How Kate Roiphe silenced a serious discussion about sexism. We should be past this by now-it's 2010-but it appears the question...
How Kate Roiphe silenced a serious discussion about sexism.
We should be past this by now-it's 2010-but it appears the question of sexism amongst book readers, writers, publishers, and award-givers is not yet moot. The last month has seen a flurry of activity on the issue.
In early December, Publisher's Weekly listed the top ten books of 2009, and all were written by men. Only twenty-nine books by women made the top 100 of the year. Amazon.com followed with their 100 best of 2009, sporting only two women in the top ten. The Millions, a wonderful litblog that has commented on the Publisher's Weekly blindness, posted a "Most Anticipated Great 2010 Book Preview" that is sadly and surprisingly male top-heavy.
We have women writers and women readers, but the awards go to men. Is it simply sexism? Julianna Baggott wrote an on-point essay about this in the Washington Post which sadly ends by admitting that feminists have failed to a certain extent.
One salient fact to add to the above is that women readers outnumber men-women buy more books than men. Some novelists joke that they write for middle-aged women, since they comprise such a large market share. Writing arguably has fewer barriers to entry for women than other vocations-one need not travel far and wide (thus raising work-family issues, for instance), nor has it been difficult for women to enroll in creative writing courses-the majority of college graduates and creative writing MFAs are female. Whether or not editors and agents keep more women at bay than men is a question worth asking.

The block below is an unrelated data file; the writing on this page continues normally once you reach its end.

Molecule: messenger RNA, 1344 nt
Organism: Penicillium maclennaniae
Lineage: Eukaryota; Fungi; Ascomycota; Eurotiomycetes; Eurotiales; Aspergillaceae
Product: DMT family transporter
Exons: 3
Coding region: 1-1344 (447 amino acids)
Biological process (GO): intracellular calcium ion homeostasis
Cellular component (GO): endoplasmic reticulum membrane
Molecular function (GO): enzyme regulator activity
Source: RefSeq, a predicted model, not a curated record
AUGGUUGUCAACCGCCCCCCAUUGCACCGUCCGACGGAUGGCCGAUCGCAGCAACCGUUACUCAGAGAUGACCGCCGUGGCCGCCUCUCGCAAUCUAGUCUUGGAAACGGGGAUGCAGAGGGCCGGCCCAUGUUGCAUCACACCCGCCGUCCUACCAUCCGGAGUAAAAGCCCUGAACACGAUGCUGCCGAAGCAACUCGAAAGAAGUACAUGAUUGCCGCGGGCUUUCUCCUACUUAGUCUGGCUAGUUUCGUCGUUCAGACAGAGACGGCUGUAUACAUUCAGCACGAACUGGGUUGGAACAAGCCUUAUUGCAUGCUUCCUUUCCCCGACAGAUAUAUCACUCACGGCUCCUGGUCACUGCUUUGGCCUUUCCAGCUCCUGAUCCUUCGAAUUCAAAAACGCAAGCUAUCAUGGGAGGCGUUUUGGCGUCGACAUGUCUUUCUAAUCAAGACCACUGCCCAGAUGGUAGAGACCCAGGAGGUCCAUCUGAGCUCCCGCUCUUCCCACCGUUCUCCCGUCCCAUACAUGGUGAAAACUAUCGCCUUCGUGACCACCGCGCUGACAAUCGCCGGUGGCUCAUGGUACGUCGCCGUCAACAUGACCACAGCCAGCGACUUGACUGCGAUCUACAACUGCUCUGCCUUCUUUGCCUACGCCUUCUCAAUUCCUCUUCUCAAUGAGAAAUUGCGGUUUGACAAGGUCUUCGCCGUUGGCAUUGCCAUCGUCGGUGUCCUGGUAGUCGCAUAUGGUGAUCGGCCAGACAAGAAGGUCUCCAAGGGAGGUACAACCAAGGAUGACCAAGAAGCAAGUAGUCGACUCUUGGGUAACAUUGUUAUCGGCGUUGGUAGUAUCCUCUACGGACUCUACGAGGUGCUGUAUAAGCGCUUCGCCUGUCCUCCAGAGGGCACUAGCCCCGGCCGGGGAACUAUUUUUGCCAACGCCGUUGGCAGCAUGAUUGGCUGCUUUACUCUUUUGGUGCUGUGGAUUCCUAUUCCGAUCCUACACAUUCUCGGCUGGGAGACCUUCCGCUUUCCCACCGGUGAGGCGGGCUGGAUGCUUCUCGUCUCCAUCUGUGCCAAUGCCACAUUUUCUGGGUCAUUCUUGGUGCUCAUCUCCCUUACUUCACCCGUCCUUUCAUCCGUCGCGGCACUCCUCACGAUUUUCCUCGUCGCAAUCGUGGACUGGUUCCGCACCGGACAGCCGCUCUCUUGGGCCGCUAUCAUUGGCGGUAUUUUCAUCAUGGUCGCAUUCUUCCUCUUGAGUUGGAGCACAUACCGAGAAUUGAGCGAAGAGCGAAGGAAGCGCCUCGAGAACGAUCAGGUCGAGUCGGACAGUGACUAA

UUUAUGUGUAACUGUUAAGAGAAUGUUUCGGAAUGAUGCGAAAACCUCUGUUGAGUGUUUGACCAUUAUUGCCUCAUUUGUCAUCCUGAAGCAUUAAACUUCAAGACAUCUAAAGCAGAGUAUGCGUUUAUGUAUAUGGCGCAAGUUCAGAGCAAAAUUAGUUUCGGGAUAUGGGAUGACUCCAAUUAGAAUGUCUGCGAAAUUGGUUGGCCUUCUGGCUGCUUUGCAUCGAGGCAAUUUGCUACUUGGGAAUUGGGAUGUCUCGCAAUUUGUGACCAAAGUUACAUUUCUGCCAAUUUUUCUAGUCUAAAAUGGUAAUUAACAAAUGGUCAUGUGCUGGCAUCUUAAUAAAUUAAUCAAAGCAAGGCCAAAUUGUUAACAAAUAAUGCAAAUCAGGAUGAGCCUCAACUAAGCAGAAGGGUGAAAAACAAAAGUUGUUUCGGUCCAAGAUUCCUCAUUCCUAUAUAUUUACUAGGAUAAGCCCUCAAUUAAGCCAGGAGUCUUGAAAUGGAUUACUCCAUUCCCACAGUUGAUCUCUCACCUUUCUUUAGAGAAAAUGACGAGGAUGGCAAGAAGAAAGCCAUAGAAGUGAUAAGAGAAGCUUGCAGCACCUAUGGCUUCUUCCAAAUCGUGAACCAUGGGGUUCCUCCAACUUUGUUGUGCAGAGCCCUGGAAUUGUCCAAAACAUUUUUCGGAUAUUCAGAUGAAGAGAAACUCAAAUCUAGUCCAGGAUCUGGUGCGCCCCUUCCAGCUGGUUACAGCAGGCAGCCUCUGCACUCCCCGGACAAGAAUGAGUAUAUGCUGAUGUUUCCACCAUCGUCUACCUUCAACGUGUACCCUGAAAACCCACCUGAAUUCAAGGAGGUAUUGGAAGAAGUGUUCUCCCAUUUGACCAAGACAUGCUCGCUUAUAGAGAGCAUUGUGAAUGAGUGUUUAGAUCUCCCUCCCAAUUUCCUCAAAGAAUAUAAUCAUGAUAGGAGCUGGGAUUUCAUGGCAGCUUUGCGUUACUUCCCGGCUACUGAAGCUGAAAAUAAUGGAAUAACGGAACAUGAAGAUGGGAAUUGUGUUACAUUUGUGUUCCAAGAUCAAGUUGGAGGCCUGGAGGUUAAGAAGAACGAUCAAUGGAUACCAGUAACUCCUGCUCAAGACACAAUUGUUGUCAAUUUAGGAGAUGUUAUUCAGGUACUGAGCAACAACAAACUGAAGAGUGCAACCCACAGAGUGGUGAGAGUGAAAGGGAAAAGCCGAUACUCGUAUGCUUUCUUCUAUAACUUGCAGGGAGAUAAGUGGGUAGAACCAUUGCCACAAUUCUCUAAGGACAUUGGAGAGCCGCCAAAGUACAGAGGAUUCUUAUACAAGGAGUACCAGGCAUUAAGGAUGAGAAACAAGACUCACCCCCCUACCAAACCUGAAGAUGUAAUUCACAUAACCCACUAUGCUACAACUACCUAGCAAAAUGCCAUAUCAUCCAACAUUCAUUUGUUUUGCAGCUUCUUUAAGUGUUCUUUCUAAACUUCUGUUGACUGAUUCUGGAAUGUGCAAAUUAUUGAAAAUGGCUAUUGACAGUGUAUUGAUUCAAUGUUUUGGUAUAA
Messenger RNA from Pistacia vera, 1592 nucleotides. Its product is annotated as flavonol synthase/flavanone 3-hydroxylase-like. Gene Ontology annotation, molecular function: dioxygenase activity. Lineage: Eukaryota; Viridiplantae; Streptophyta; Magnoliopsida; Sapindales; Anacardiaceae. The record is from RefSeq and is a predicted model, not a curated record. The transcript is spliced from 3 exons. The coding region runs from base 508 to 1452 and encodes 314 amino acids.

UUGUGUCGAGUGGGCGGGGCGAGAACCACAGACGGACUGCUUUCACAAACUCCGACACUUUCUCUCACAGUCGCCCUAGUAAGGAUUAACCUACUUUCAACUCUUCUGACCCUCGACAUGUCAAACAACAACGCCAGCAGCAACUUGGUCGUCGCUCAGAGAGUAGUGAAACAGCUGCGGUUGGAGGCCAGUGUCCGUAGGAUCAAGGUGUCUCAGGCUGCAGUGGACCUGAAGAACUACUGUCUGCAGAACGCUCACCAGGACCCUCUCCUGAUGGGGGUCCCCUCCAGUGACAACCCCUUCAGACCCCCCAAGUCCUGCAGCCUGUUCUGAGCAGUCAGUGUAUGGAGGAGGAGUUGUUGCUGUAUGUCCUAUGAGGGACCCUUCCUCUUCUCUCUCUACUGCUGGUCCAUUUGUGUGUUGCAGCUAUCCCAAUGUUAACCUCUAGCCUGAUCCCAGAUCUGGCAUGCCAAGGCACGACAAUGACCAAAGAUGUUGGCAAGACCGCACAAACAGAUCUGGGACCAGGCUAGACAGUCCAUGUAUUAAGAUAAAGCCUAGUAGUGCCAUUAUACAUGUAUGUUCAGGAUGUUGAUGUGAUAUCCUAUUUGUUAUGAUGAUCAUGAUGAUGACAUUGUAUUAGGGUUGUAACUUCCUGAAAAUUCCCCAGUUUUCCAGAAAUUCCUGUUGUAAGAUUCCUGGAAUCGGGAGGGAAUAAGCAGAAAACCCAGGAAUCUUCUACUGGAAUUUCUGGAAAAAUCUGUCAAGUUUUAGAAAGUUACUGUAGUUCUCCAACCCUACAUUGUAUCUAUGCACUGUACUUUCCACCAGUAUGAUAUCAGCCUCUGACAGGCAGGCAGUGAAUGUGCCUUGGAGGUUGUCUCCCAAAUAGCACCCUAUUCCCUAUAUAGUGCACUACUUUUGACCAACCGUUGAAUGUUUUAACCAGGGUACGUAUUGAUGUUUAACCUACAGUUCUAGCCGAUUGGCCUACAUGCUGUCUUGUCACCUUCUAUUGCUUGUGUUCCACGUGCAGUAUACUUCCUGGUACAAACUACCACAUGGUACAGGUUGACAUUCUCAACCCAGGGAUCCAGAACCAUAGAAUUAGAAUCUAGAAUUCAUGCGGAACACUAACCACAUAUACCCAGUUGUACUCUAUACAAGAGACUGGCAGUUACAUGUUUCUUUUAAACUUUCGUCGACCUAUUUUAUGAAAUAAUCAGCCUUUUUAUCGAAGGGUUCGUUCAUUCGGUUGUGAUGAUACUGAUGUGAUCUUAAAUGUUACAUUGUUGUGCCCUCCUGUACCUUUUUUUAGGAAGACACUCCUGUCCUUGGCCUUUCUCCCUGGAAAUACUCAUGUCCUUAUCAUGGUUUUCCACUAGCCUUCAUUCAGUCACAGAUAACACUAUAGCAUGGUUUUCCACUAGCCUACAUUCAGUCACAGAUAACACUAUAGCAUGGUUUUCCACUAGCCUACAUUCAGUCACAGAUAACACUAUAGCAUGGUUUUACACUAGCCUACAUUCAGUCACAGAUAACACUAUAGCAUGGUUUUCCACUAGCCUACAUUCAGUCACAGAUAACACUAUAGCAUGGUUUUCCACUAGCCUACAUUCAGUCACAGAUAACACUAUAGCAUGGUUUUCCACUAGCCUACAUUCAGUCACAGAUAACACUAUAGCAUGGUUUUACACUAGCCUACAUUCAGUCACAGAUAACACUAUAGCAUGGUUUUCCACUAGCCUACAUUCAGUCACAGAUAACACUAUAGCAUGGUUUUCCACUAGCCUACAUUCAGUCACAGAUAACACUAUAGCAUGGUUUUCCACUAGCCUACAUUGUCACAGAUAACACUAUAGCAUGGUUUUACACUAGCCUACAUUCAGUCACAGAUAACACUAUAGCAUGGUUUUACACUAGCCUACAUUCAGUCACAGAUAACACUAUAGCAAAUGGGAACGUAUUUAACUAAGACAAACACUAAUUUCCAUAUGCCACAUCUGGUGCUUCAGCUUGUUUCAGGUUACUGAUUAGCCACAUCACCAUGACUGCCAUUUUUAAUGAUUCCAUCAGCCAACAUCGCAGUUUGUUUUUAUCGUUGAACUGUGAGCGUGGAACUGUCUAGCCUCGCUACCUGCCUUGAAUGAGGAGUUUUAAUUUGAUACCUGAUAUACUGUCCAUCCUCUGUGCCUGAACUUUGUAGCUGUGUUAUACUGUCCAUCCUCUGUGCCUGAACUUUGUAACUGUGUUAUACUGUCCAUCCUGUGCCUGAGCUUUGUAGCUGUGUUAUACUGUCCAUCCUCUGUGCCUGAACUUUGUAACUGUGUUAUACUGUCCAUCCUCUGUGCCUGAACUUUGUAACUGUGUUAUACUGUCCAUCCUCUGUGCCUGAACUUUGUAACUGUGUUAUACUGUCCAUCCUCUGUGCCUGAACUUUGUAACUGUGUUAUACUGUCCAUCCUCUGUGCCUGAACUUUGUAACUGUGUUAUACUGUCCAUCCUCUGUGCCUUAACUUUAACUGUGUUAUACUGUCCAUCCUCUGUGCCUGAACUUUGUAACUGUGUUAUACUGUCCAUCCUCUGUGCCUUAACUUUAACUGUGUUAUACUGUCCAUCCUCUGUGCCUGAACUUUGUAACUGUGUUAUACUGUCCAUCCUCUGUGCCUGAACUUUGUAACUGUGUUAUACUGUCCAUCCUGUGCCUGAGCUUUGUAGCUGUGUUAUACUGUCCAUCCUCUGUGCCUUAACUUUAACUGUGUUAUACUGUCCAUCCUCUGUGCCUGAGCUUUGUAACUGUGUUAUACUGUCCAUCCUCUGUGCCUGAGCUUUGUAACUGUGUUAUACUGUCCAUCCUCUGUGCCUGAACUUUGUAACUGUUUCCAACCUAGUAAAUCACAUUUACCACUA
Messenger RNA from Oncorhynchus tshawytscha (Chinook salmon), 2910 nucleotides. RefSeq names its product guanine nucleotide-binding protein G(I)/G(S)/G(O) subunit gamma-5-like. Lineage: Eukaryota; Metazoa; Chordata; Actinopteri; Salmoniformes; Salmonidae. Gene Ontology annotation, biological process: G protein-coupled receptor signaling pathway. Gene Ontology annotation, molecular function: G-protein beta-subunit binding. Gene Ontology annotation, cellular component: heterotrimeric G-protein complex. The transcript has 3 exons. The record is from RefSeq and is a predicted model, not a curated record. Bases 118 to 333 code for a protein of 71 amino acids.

This flurry of punditry on the "best of" lists and the question of women writers was quieted by a long essay in this week's New York Times Book Review by Kate Roiphe, "The Naked and The Conflicted." Roiphe is a well-known feminist writer whose themes invariably involve sexual identity. In the essay, Roiphe analyzes the sex scenes of male novelists, from Philip Roth to Dave Eggers (the younger generation of male writers, she claims, tend towards scenes involving heroes who prefer cuddling to threesomes, or even simple intercourse. An absurd graphic maps this slackening of virility). The essay inspired a slew of responses, including Steve Almond's funny and trenchant "Katie Roiphe's Big Cock Block." Elsewhere, a whole bunch of humor and indignation has been posted commenting on Roiphe's piece, and sexually punning tweets are helping the literati celebrate the new year.
Hold on. Wait a sec. How did we go from discussing the fate of novels by women to analyzing the sex lives of young male novelists? Roiphe is discussing sexism in the works by men. It sure is fun-more fun than decrying "best of" lists for being too testosterone-heavy. It is so terribly hard to pursue the former topic without seeming a shrew, a harridan….well, you know the stereotype. And there is no easy answer to the persistence of men at the top of the novelist ladders. Roiphe's essay comes as a welcome distraction to that matter, but ultimately it lacks gravitas or importance.
I am afraid I have no wondrous conclusion to help advance this debate, other than to say I would prefer to keep our "sexism and books" discussion focused on women writers and leave bad sex scenes to sidebars or the pages of lad mags. Maybe we could get the New York Times to do a cool infographic mapping the careers of women writers, or neglected great literary works by women? The rest of us need to make a conscious decision to read, buy, and write about novels written by women.